President Clinton on Monday said residents and business owners of 27 storm-damaged California counties - including San Joaquin, Merced and Calaveras - are eligible for federal disaster assistance.
The president made the declaration a day after Gov. Pete Wilson requested federal help.
“That was a real quick response by the president,” San Joaquin County spokesman Carl Dombek said. “We’re glad to see the president recognize the level of the disaster and responded so quickly. It’s going to mean federal assistance in the bills accrued in fighting the floods as well as the individuals who are affected.”
At the behest of Wilson and U.S. Sen. Barbara Boxer, D-Calif., the Clinton administration has authorized help in four areas:
Individual assistance, which includes rental aid for temporary housing, grants to make residences minimally inhabitable, payments for those temporarily unemployed due to the disaster, and grants of up to $13,400 for various needs not covered by flood insurance or other disaster aid. Also, low-interest loans will be made for long-term residence and business repairs.
Protective measures for public health and sandbagging, emergency levee construction, overtime pay and additional emergency personnel.
Debris clearance of streams, channels and roadways.
Hazard mitigation aid to state and local governments.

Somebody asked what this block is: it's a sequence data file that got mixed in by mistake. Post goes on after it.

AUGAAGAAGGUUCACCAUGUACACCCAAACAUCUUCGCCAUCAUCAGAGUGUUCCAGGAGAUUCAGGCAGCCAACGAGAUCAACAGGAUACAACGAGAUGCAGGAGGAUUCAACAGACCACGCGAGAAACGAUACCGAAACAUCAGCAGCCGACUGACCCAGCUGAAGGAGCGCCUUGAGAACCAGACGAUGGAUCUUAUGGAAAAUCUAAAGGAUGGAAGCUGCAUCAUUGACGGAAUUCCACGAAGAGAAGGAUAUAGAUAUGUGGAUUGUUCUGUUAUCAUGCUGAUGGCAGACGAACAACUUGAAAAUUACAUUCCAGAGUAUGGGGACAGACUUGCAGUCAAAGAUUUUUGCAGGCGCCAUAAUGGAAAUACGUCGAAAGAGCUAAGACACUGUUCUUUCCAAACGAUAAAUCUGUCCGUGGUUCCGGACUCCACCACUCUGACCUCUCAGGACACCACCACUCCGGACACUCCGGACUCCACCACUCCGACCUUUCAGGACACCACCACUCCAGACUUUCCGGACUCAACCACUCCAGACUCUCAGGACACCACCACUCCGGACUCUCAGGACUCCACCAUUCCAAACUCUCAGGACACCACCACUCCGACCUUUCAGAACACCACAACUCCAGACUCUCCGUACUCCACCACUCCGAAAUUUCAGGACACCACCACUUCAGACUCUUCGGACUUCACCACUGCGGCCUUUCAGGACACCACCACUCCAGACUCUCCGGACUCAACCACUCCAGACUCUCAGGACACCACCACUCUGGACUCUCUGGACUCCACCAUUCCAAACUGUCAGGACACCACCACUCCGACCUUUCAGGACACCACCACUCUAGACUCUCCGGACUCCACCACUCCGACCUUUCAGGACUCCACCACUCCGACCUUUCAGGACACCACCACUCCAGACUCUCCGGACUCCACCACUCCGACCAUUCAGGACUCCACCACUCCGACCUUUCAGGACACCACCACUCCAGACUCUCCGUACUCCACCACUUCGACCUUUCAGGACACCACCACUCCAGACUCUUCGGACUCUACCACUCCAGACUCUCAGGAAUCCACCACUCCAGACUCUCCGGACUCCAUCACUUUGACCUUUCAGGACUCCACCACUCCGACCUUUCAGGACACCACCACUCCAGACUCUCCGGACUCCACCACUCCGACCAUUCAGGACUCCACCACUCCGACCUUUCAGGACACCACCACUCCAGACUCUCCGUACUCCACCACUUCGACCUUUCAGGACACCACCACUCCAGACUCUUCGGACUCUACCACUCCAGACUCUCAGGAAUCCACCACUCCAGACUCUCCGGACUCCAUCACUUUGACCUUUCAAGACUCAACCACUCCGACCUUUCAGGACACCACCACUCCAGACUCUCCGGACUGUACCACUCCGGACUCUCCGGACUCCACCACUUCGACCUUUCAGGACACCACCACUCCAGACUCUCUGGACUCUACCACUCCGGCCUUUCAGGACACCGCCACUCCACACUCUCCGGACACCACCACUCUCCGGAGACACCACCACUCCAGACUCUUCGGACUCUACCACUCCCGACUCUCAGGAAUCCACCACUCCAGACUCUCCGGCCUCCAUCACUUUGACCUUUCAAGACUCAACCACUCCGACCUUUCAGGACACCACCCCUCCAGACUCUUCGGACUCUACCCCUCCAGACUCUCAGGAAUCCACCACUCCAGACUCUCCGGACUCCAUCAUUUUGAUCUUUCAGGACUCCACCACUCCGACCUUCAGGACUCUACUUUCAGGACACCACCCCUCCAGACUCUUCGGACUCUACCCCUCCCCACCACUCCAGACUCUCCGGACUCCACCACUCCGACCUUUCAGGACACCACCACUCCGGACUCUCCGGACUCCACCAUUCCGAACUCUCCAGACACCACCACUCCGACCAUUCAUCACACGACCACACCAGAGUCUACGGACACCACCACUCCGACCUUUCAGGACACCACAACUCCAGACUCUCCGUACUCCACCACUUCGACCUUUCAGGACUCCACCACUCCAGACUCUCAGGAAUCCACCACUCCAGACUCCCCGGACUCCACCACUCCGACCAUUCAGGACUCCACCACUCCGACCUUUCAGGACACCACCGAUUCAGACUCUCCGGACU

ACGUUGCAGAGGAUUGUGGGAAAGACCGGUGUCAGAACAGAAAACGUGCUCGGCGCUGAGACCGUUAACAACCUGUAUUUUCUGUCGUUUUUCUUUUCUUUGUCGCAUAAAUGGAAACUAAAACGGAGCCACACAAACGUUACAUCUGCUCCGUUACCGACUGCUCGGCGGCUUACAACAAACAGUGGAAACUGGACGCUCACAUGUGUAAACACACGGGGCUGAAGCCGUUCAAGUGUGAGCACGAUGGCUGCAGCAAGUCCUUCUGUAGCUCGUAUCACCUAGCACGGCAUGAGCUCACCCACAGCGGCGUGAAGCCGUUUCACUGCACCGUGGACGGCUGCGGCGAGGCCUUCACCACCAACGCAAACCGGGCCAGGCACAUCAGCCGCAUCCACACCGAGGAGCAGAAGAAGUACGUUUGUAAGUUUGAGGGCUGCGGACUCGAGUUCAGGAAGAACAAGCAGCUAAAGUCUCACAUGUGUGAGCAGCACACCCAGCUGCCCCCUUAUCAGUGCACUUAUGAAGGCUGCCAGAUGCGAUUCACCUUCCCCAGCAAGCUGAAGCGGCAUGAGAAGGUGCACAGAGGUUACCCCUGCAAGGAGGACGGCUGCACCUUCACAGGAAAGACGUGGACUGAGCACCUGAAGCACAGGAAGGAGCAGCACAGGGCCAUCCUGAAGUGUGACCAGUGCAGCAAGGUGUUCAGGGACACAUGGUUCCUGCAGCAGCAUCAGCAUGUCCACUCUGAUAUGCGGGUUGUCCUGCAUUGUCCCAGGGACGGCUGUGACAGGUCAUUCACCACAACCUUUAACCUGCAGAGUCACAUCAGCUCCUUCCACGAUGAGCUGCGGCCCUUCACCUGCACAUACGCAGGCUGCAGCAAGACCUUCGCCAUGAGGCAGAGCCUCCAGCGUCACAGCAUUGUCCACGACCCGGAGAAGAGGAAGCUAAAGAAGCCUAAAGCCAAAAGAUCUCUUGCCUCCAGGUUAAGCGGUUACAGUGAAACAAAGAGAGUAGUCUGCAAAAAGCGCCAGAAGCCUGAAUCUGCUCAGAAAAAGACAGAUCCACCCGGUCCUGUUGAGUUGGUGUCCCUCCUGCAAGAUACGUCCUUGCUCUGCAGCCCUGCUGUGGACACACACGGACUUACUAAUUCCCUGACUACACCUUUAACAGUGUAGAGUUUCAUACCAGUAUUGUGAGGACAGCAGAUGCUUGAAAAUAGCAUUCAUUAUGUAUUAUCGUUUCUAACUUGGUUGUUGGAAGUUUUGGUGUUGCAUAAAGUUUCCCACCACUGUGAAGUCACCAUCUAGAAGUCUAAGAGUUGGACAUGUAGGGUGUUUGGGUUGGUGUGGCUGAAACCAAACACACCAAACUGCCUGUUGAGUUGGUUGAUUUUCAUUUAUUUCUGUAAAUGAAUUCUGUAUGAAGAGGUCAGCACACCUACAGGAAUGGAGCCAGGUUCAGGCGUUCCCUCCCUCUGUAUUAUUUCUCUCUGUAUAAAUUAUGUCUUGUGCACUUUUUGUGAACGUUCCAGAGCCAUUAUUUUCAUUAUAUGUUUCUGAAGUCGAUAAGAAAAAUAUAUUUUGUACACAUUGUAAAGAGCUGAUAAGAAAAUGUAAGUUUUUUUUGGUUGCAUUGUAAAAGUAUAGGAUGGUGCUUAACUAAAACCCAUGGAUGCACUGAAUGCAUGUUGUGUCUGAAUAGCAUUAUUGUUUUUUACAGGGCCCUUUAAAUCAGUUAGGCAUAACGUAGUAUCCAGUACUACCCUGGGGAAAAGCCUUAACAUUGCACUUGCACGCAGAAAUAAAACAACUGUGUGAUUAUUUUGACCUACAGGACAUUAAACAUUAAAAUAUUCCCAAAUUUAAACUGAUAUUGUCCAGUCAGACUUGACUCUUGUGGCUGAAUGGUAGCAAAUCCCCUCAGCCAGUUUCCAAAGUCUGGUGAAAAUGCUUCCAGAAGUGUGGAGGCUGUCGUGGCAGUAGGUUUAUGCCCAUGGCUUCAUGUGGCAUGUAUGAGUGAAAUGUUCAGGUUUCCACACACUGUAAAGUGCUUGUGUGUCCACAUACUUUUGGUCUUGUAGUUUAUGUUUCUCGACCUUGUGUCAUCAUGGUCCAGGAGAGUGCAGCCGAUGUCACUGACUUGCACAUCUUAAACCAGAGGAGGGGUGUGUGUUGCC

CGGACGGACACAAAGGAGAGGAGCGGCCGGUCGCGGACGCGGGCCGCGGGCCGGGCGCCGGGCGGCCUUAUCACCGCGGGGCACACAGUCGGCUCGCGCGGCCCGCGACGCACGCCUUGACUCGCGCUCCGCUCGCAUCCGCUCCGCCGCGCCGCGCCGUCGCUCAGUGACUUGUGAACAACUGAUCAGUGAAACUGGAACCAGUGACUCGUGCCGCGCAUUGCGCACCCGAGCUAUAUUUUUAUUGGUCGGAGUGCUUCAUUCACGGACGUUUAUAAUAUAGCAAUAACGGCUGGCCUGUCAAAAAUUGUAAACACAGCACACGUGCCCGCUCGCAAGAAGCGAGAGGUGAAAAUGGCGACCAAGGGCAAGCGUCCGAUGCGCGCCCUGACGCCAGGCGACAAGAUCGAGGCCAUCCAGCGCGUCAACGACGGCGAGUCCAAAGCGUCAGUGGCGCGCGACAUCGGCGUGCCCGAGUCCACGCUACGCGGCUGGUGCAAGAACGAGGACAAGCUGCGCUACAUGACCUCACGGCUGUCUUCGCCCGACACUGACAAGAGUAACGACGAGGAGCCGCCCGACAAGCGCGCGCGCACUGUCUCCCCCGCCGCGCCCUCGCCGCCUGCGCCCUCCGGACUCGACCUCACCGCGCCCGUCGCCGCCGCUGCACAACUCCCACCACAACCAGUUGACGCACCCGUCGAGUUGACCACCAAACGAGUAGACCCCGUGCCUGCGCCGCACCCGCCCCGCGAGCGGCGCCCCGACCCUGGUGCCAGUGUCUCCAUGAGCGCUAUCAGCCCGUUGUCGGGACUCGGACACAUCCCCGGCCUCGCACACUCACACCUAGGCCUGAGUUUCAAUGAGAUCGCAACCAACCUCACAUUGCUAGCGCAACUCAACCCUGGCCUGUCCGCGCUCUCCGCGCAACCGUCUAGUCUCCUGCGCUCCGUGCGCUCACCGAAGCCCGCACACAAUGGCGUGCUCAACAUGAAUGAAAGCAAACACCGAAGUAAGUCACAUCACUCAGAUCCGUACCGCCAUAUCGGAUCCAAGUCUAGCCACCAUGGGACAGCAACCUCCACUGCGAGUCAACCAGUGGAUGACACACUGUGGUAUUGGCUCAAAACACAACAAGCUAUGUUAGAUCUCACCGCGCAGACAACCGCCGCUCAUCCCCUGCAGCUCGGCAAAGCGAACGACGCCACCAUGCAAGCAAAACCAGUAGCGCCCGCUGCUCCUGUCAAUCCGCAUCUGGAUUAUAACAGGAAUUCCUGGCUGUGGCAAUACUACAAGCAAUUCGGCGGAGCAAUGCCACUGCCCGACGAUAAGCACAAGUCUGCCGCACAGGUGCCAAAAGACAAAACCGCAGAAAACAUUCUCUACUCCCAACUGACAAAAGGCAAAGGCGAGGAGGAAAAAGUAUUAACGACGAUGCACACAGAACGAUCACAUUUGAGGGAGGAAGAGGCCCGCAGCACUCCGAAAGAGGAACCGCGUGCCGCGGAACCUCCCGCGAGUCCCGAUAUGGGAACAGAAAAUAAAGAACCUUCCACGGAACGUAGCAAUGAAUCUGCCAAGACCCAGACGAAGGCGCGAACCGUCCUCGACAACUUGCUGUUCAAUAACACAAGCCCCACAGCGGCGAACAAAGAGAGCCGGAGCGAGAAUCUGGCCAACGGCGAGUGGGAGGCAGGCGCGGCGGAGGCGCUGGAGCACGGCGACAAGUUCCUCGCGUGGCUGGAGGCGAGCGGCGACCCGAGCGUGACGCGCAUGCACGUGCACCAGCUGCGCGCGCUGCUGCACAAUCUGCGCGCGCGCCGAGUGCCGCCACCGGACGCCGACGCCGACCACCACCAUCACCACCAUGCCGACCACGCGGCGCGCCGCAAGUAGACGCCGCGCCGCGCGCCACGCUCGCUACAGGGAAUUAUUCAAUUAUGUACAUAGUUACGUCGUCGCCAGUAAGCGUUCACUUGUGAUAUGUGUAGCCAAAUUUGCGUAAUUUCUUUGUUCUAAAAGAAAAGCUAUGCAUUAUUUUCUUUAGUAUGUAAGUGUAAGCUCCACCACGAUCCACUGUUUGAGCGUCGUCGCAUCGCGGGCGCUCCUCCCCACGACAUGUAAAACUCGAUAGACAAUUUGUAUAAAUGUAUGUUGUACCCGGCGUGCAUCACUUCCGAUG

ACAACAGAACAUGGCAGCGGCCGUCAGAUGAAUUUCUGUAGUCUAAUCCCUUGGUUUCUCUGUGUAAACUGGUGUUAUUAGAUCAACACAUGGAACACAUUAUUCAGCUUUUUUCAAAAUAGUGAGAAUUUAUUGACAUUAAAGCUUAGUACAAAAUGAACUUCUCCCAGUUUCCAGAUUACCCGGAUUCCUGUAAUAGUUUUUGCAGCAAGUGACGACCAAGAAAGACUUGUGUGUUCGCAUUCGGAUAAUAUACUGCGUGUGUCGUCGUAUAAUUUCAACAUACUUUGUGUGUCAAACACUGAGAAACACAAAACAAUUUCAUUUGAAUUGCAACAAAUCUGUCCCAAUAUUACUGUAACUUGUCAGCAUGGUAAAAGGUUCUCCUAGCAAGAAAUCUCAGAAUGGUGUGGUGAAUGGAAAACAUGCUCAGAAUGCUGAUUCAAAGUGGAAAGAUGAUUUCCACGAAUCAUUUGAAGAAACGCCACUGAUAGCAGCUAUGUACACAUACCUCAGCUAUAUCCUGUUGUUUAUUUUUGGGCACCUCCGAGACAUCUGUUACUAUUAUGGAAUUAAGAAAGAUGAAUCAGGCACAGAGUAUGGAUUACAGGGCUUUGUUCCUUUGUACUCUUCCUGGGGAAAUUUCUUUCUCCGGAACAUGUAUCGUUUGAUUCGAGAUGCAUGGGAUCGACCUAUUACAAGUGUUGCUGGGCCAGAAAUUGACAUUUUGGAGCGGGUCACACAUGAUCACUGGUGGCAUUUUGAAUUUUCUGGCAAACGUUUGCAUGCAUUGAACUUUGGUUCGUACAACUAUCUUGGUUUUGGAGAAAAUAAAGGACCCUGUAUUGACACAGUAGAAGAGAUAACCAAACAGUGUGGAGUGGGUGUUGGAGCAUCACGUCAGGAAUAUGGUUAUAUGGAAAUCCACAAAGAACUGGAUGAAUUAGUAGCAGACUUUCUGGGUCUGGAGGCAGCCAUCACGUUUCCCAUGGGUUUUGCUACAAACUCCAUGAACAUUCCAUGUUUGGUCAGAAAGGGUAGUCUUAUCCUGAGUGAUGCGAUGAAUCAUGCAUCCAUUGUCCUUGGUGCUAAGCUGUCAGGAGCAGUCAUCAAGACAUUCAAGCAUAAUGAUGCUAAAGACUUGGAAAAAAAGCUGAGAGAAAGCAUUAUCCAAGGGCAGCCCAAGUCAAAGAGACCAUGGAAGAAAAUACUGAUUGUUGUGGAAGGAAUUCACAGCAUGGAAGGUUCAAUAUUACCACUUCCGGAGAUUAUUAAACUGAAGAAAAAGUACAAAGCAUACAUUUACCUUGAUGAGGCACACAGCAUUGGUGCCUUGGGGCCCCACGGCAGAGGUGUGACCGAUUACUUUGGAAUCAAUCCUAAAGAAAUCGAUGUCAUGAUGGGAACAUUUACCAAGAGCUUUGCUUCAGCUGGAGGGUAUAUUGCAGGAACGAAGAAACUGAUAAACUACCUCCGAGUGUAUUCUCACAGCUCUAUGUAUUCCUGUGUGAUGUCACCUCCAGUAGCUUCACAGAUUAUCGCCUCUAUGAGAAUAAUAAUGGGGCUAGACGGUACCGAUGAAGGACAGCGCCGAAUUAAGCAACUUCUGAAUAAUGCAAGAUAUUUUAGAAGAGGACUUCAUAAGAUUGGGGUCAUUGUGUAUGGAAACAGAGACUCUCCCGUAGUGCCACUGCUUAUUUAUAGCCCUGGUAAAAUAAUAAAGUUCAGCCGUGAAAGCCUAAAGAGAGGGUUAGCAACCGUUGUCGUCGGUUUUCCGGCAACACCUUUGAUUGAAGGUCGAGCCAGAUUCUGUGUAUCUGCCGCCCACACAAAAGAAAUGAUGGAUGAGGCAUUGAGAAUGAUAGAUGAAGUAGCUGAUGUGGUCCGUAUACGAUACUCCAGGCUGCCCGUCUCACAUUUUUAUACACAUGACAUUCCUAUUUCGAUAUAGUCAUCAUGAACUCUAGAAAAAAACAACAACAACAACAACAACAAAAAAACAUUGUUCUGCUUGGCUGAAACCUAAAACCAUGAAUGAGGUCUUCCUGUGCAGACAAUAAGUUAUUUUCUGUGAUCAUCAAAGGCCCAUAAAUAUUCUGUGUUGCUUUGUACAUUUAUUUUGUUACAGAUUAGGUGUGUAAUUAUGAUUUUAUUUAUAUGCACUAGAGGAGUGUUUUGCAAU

U.S. Rep. Gary Condit, D-Calif., whose district includes a portion of San Joaquin and all of Merced County, also applauded Clinton’s rapid response.
“Because of the magnitude of the flooding, I am very happy to see President Clinton taking swift action to bring a full array of federal relief to the Central Valley,” Condit said. “We need to bring every bit of assistance available to help state and local agencies deal with this disaster as rapidly as possible, and I stand ready to provide assistance wherever I may.”
Federal Emergency Management Agency officials said additional counties could be added to the list should the storms continue and the damages worsen.
However, some residents and business owners might not qualify, particularly if Stanislaus County is added to the list. Anyone who took advantage of state and federal aid during last year’s floods - and who did not subsequently buy flood insurance - likely will not be eligible for further aid.
sponsored According to two 2015 surveys, 62 percent of Americans do not have enough savings to handle an unexpected emergency, much less any long-term plans.